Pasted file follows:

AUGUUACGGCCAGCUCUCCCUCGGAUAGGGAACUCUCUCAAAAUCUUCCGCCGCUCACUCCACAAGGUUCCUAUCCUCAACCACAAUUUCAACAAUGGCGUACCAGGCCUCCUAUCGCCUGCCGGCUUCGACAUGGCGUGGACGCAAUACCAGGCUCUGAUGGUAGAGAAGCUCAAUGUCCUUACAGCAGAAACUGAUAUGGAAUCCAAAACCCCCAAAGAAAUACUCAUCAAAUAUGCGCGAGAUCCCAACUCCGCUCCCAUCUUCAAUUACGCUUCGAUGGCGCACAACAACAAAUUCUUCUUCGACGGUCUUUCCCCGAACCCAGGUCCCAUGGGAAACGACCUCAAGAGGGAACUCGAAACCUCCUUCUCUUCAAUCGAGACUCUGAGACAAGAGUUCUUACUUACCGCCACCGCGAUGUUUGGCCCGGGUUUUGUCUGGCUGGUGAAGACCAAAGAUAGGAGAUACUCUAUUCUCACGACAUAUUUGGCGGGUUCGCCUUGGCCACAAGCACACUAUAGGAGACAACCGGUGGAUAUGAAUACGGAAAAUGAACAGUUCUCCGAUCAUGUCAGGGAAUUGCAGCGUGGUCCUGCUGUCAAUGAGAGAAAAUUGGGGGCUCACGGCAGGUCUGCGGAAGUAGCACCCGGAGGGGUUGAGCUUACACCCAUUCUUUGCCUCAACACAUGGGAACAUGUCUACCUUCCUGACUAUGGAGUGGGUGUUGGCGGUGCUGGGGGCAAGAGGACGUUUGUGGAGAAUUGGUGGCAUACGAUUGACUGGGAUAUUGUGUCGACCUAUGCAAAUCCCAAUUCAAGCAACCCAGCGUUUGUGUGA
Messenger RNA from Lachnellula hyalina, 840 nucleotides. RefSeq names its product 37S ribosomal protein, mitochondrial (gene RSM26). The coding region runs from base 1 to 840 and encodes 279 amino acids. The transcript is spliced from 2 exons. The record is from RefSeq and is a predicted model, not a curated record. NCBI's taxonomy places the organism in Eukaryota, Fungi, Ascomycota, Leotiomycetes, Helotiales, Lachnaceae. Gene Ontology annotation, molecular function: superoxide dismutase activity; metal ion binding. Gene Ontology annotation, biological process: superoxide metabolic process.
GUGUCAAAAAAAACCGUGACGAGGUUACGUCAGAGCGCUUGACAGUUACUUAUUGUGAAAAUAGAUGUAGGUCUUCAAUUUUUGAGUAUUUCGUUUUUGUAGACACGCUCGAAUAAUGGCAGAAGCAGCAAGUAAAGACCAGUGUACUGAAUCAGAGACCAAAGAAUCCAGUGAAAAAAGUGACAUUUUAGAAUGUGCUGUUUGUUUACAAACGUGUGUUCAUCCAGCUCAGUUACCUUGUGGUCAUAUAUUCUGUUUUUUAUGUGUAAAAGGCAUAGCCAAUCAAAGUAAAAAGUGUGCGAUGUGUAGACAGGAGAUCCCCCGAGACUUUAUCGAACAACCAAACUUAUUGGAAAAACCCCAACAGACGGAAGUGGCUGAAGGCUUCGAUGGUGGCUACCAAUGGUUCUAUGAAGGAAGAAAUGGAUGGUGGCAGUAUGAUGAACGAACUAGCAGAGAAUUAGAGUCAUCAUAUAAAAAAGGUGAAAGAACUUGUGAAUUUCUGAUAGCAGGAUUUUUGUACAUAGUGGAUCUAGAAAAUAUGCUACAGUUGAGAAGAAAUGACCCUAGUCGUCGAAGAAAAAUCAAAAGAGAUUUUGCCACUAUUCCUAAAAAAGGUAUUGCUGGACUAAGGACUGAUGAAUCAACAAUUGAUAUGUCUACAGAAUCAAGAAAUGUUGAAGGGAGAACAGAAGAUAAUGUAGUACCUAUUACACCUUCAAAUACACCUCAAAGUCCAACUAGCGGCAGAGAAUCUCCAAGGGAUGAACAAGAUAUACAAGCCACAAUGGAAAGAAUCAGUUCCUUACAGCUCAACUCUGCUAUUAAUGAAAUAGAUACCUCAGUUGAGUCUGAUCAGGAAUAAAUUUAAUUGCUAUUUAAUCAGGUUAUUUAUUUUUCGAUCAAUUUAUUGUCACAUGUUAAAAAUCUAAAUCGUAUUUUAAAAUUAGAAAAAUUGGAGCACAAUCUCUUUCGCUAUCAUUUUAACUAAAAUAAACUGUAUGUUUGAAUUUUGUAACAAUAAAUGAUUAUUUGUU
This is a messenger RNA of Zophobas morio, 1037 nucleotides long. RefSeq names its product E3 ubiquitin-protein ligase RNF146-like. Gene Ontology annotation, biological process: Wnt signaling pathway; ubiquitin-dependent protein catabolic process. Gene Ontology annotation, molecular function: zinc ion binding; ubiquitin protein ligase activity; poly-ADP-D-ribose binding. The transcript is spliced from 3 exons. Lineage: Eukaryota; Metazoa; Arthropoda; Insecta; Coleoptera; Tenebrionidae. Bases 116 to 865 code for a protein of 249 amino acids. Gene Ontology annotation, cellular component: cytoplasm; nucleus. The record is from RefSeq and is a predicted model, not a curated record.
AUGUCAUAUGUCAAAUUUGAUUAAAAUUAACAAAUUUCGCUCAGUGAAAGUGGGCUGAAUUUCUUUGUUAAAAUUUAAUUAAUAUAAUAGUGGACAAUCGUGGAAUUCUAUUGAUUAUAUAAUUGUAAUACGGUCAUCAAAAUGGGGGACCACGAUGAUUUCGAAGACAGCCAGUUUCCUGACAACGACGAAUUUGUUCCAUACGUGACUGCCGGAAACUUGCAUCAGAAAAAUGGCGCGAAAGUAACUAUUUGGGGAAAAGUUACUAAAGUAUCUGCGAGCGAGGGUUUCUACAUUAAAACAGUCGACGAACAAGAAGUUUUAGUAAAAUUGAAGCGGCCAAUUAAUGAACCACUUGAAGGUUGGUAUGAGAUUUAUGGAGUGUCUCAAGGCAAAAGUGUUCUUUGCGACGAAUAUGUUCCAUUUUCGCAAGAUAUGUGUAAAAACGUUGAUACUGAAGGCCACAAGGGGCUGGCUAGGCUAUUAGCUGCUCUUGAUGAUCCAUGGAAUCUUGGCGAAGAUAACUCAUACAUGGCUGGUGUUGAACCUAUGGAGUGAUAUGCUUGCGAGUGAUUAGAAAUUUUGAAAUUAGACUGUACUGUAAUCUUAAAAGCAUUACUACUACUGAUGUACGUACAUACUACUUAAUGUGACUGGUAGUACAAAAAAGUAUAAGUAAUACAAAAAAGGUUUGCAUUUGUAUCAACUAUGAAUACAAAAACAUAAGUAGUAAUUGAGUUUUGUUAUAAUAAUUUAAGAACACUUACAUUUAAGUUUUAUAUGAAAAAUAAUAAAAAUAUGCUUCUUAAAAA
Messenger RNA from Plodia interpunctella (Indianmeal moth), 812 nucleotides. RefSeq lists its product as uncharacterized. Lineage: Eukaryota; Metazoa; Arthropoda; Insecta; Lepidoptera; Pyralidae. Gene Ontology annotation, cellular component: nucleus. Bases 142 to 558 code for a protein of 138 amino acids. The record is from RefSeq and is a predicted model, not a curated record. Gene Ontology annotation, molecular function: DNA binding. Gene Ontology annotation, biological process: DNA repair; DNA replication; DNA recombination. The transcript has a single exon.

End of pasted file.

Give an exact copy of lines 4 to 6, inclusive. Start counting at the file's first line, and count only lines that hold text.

This is a messenger RNA of Zophobas morio, 1037 nucleotides long. RefSeq names its product E3 ubiquitin-protein ligase RNF146-like. Gene Ontology annotation, biological process: Wnt signaling pathway; ubiquitin-dependent protein catabolic process. Gene Ontology annotation, molecular function: zinc ion binding; ubiquitin protein ligase activity; poly-ADP-D-ribose binding. The transcript is spliced from 3 exons. Lineage: Eukaryota; Metazoa; Arthropoda; Insecta; Coleoptera; Tenebrionidae. Bases 116 to 865 code for a protein of 249 amino acids. Gene Ontology annotation, cellular component: cytoplasm; nucleus. The record is from RefSeq and is a predicted model, not a curated record.
AUGUCAUAUGUCAAAUUUGAUUAAAAUUAACAAAUUUCGCUCAGUGAAAGUGGGCUGAAUUUCUUUGUUAAAAUUUAAUUAAUAUAAUAGUGGACAAUCGUGGAAUUCUAUUGAUUAUAUAAUUGUAAUACGGUCAUCAAAAUGGGGGACCACGAUGAUUUCGAAGACAGCCAGUUUCCUGACAACGACGAAUUUGUUCCAUACGUGACUGCCGGAAACUUGCAUCAGAAAAAUGGCGCGAAAGUAACUAUUUGGGGAAAAGUUACUAAAGUAUCUGCGAGCGAGGGUUUCUACAUUAAAACAGUCGACGAACAAGAAGUUUUAGUAAAAUUGAAGCGGCCAAUUAAUGAACCACUUGAAGGUUGGUAUGAGAUUUAUGGAGUGUCUCAAGGCAAAAGUGUUCUUUGCGACGAAUAUGUUCCAUUUUCGCAAGAUAUGUGUAAAAACGUUGAUACUGAAGGCCACAAGGGGCUGGCUAGGCUAUUAGCUGCUCUUGAUGAUCCAUGGAAUCUUGGCGAAGAUAACUCAUACAUGGCUGGUGUUGAACCUAUGGAGUGAUAUGCUUGCGAGUGAUUAGAAAUUUUGAAAUUAGACUGUACUGUAAUCUUAAAAGCAUUACUACUACUGAUGUACGUACAUACUACUUAAUGUGACUGGUAGUACAAAAAAGUAUAAGUAAUACAAAAAAGGUUUGCAUUUGUAUCAACUAUGAAUACAAAAACAUAAGUAGUAAUUGAGUUUUGUUAUAAUAAUUUAAGAACACUUACAUUUAAGUUUUAUAUGAAAAAUAAUAAAAAUAUGCUUCUUAAAAA
Messenger RNA from Plodia interpunctella (Indianmeal moth), 812 nucleotides. RefSeq lists its product as uncharacterized. Lineage: Eukaryota; Metazoa; Arthropoda; Insecta; Lepidoptera; Pyralidae. Gene Ontology annotation, cellular component: nucleus. Bases 142 to 558 code for a protein of 138 amino acids. The record is from RefSeq and is a predicted model, not a curated record. Gene Ontology annotation, molecular function: DNA binding. Gene Ontology annotation, biological process: DNA repair; DNA replication; DNA recombination. The transcript has a single exon.